Baylor's own Dr. Julie DeGraffenried will deliver the Keston Center Spring Lecture, Combatting God and Grandma: Soviet Anti-Religious Policies and the Battle for Childhood," in the Michael Bourdeaux Research Center of the Keston Center, which is located on the third floor of Carroll Library. Her lecture will read the anti-religious campaigns of the Soviet authorities through the lens of childhood as a conflict between state and family & tradition and modernity. The presentation will consider these policies and the children affected by them in light of recent scholarship on childhood and religion.
Michael Bordeaux Research Center,
3:00 - 5:00 pm
Baylor University’s Mayborn Museum Complex continues their Director’s Forum again on February 4th and 5th, 2016. Each year we highlight one of our museum’s permanent exhibits to provide more in-depth educational enrichment for our museum members, Baylor faculty, students, the community, and our staff. Reservations are strongly suggested because of limited seating.
This year our lecture series will highlight our Historic Village, specifically our Planter’s House, Tenant House and the Cotton Plantation culture in Waco at the turn of the twentieth century. We are hosting Dr. Watson Arnold with a series titled “The Rise and Fall of the Cotton Culture.” Dr. Arnold has custom fit a presentation for our 2016 Director’s Forum. Our goal is for these lectures to be educational: however, the entertainment factor is important as well and Dr. Arnold certainly fits that bill!
Today, we remember the ten students of the 1927 Men’s Basketball team who lost their lives’ in a train-bus crash on January 22, 1927. Of the Immortal Ten is Mr. William Penn Winchester, a senior originally from Waco, whom majored in both History and French.
On the heels of a new injection of public interest from last week's Republican presidential debate, 10 Baylor University faculty members will present their choices Tuesday afternoon for the new face on the $10 bill.
The Thirty-Eighth Charles Edmondson Historical Lectures will be postponed to April 4-5, 2016. Dr. Lynn Hunt, Distinguished Research Professor & Eugen Weber Endowed Chair in Modern European History, UCLA, will lecture on "The History of Human Rights."
For its strong analysis and examination of international and interdisciplinary oral history work in post-disaster settings, Listening on the Edge: Oral History in the Aftermath of Catastrophe co-edited by Associate Professor Stephen Sloan has been awarded the 2015 Book Award from the Oral History Association.
WACO, Texas (June 24, 2015)- Some notable but lesser-known women in American history might be overlooked as possibilities for the soon-to-be redesigned $10 bill-the first paper currency in more than a century to feature a portrait of a woman.
An online poll earlier this year advocating for women on the $20 brought forth 20 nominees, including such well-known names as Harriet Tubman, Eleanor Roosevelt, Rosa Parks and Wilma Mankiller.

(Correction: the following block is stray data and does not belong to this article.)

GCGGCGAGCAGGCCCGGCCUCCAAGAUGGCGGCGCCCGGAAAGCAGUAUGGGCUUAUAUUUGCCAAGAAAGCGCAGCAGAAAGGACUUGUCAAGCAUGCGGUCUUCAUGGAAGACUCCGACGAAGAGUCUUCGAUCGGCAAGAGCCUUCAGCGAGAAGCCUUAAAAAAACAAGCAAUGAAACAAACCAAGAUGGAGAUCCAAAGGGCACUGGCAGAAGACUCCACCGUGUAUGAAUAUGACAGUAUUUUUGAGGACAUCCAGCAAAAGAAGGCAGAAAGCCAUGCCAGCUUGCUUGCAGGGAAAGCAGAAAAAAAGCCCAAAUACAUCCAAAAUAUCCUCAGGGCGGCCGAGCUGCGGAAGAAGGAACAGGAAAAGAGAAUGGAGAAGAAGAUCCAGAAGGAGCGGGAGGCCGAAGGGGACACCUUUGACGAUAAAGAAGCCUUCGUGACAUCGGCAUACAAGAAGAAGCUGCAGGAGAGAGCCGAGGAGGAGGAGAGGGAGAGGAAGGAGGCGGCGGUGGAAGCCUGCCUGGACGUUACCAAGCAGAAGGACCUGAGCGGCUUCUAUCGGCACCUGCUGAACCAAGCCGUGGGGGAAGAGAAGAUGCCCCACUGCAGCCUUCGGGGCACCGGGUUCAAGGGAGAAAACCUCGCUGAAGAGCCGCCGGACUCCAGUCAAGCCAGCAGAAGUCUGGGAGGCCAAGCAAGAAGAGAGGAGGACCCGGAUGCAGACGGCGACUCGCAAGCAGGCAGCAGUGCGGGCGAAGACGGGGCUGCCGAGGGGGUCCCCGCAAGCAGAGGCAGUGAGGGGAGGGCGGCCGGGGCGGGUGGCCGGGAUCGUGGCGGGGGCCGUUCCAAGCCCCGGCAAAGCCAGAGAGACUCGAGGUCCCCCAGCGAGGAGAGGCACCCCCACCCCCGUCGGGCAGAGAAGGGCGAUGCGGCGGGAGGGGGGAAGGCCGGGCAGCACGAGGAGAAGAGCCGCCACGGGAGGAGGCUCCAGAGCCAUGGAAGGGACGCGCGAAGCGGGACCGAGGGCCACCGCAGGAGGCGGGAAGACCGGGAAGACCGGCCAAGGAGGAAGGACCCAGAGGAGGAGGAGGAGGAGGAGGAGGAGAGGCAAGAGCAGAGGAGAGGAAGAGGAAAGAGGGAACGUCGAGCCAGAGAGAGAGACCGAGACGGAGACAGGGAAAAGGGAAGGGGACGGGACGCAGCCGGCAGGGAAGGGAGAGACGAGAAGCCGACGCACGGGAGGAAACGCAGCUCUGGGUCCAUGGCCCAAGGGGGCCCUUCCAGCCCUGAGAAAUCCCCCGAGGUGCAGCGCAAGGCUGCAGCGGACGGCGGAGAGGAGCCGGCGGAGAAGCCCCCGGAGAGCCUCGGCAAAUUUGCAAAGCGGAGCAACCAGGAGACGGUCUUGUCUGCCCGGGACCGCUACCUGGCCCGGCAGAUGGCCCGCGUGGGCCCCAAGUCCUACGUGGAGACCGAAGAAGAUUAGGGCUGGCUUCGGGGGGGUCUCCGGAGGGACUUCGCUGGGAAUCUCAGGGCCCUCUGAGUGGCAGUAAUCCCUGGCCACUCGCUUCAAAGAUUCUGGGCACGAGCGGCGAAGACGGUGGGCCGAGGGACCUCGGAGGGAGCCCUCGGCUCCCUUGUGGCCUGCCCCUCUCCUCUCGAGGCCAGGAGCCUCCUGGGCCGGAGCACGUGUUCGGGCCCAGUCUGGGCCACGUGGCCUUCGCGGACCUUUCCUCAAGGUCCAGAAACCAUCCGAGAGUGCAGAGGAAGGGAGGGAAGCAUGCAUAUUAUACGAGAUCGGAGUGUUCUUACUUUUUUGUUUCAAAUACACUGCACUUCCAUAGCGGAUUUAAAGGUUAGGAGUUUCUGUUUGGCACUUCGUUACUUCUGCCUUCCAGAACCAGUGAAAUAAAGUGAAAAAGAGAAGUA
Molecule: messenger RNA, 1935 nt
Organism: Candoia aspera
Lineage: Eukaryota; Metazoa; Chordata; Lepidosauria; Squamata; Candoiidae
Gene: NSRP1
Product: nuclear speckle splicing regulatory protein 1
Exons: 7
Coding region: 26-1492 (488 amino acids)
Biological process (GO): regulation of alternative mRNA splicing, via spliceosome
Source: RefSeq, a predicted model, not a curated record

But are there other women in U.S. history who merit consideration on the $10?
Kimberly R. Kellison, Ph.D., associate professor and chair of the history department in Baylor’s College of Arts and Sciences, compiled a list of remarkable but maybe less known women who meet the Treasury’s criteria as champions of democracy or who helped break boundaries in a democratic society.
“I chose eight women who were not a part of the original short list for the WomenOn20s campaign,” Kellison said. “What unites the women, even though they lived in different times and addressed various causes, is their passion for improving the conditions of those who faced oppression or inequality.”
The resident Director of the program at Baylor University, Dr. Joan Supplee, will be responsible for providing relevant information on the possibility of exchange students of the faculty. You will accompany you in the presentation of the Board of Directors of the CELE (Centre of Spanish as a foreign language, the Undersecretary for policy language-dependent), organizer of the meeting.
Baptists started as outsiders in Colonial America, played a crucial role in the shaping of this country's religious freedom and grew to become the largest Protestant denomination in America by the 20th century.
In the shift from outsiders to insiders with considerable political power, however, Baptists have considered themselves outsiders to the larger culture — even as members of the historically fractious Christian denomination show up on both sides of many important national questions.
That’s one of the observations of “Baptists In America,” a new history of the demonination written by Baylor University history professors Thomas Kidd and Barry Hankins and published by Oxford University Press.
The two focus on religious history in their research and writing — Kidd in early America, Hankins in the 20th century.
Combining their specializations to create a history examining the role of Baptists was an idea that happened shortly after Kidd’s arrival at Baylor in 2002.
Both historians have authored several books in their fields. Kidd has written biographies of American Patrick Henry (“Patrick Henry: First Among Patriots”) and influential English evangelist George Whitefield (“George Whitefield: America’s Spiritual Founding Father”), as well as a look at religion in America’s formation (“God of Liberty: A Religious History of the American Revolution”).
Hankins’ book subjects include flamboyant and controversial Texas Baptist preacher J. Frank Norris (“God’s Rascal”); the interaction of evangelicals and America’s Jazz Age (“Jesus and Gin”); and the history “American Evangelicals.”
Both are also Baptists and found in their studies that Baptist history offered a way of looking at the larger story of religion in America.
“When you’re looking at religious trends in America, there’s no better way than to tell them than through the lens of Baptists,” Kidd said.
What the Baylor professors wanted in their book was something readable that non-Baptists and Baptists alike would find interesting.
Norman W. Cox Award, The Baptist History and Heritage Society, 2014. "Suffering for Their Consciences: The Depiction of Anabaptists and Baptists in the Eighteenth-Century Histories of Daniel Neal," Baptist History & Heritage 49, no. 3, "Baptists on the Margins: Minorities, Borders, and Controversies" (Fall 2014): 39-67. Awarded to "the person judged to have written the best article published in Baptist History and Heritage in the preceding calendar year."